Greenhouse Gas Emissions from Oil Substitutes: Dynamics, Resources and Systems Behavior
Adam R. Brandt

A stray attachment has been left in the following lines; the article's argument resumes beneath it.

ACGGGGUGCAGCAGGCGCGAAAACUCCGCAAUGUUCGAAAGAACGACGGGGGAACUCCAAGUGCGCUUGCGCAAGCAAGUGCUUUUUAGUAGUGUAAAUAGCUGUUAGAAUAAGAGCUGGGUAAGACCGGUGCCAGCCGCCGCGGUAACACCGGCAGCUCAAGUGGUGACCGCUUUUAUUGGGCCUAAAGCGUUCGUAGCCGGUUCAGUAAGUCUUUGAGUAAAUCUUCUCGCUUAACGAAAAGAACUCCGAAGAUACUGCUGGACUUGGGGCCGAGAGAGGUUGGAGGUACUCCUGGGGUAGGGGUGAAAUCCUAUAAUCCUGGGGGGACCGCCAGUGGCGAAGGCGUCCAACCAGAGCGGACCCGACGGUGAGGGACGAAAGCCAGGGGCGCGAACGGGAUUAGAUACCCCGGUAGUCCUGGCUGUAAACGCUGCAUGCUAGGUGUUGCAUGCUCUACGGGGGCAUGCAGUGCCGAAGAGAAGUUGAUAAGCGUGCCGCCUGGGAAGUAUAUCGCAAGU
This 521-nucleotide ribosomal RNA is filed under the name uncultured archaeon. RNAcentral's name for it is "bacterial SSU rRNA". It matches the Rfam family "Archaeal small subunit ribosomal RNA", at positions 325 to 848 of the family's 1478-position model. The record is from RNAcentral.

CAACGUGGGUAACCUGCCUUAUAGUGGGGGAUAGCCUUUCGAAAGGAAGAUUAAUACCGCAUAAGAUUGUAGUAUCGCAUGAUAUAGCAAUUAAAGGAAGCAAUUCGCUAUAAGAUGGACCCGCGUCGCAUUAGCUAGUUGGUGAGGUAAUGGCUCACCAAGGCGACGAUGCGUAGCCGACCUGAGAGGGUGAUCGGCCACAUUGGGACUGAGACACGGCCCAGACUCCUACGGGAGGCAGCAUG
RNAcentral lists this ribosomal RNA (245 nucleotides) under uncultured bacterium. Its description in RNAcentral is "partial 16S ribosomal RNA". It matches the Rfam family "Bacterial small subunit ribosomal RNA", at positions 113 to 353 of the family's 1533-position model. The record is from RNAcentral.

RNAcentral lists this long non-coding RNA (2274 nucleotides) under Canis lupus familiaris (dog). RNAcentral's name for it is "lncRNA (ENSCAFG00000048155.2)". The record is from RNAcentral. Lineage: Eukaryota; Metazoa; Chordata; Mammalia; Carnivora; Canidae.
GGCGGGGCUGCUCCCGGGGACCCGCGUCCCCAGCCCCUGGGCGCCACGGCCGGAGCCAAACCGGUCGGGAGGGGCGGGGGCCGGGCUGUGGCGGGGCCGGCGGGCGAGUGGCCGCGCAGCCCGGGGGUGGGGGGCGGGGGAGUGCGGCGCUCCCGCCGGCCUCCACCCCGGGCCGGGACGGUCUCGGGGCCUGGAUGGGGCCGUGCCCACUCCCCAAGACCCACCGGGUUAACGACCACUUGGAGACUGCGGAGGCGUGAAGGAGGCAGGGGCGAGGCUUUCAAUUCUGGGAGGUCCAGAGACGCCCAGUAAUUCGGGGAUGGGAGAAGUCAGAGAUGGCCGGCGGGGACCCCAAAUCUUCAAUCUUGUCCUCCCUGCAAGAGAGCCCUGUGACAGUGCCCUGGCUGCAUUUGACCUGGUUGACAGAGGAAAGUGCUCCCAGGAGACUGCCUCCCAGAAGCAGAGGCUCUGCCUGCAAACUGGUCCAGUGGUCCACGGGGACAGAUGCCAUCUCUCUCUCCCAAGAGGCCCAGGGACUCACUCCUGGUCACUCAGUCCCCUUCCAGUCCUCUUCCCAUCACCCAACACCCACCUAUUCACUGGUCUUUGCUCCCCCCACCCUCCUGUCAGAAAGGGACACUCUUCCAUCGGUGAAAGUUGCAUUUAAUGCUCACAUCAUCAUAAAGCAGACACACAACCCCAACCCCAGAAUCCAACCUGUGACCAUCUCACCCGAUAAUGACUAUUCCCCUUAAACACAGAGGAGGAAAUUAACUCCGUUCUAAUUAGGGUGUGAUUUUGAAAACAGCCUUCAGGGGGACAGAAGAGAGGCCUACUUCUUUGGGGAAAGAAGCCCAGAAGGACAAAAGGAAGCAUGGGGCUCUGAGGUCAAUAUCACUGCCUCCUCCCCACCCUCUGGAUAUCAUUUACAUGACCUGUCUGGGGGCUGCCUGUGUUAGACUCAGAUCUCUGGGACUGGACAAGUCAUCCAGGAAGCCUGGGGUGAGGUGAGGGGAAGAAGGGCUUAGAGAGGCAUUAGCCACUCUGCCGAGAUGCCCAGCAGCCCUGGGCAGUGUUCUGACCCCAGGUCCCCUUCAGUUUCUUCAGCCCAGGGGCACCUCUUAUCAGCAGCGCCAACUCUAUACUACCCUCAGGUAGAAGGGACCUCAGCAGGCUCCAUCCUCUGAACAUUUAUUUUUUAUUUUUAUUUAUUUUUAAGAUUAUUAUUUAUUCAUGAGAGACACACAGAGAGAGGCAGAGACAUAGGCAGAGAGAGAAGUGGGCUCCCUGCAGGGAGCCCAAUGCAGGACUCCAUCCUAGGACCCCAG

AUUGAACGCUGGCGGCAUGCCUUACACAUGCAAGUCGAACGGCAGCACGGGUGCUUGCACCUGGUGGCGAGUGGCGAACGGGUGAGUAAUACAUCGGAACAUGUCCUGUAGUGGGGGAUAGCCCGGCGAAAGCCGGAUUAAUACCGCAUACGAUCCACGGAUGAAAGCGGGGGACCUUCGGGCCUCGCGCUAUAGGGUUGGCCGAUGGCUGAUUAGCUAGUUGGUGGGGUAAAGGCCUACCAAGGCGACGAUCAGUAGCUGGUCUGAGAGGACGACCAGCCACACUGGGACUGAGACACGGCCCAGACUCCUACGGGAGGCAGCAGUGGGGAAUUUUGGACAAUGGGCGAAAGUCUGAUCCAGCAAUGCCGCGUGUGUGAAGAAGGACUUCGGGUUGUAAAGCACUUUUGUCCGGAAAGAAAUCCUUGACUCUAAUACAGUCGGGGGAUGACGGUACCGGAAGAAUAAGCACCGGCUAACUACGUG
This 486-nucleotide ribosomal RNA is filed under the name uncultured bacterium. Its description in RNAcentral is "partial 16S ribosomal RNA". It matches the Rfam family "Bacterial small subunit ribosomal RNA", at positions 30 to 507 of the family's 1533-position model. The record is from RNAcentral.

Department of Energy Resources Engineering, School of Earth Sciences, Stanford UniversityThere are numerous reasons to favor a shift to substitutes for conventional oil such as biofuels or electricity. However, a transition to oil substitutes poses economic, environmental, and political risks. These risks are complex and intertwined. In particular, the problems of oil substitution and greenhouse gas emissions are unavoidably linked. Any shortfall in conventional oil will induce the increased production of oil substitutes such as unconventional hydrocarbons or biofuels, which have different climate impact per unit of fuel produced. It would be very helpful to have tools to guide our decisions during this transition. In this talk, Adam Brandt will describe hisefforts to build such a tool, by modeling the transition to oil substitutes using a large-scale mathematical model of future transportation fuel production. In particular, Brandt will emphasize the uncertainties inherent in such modeling efforts and describe how models might help us despite these uncertainties.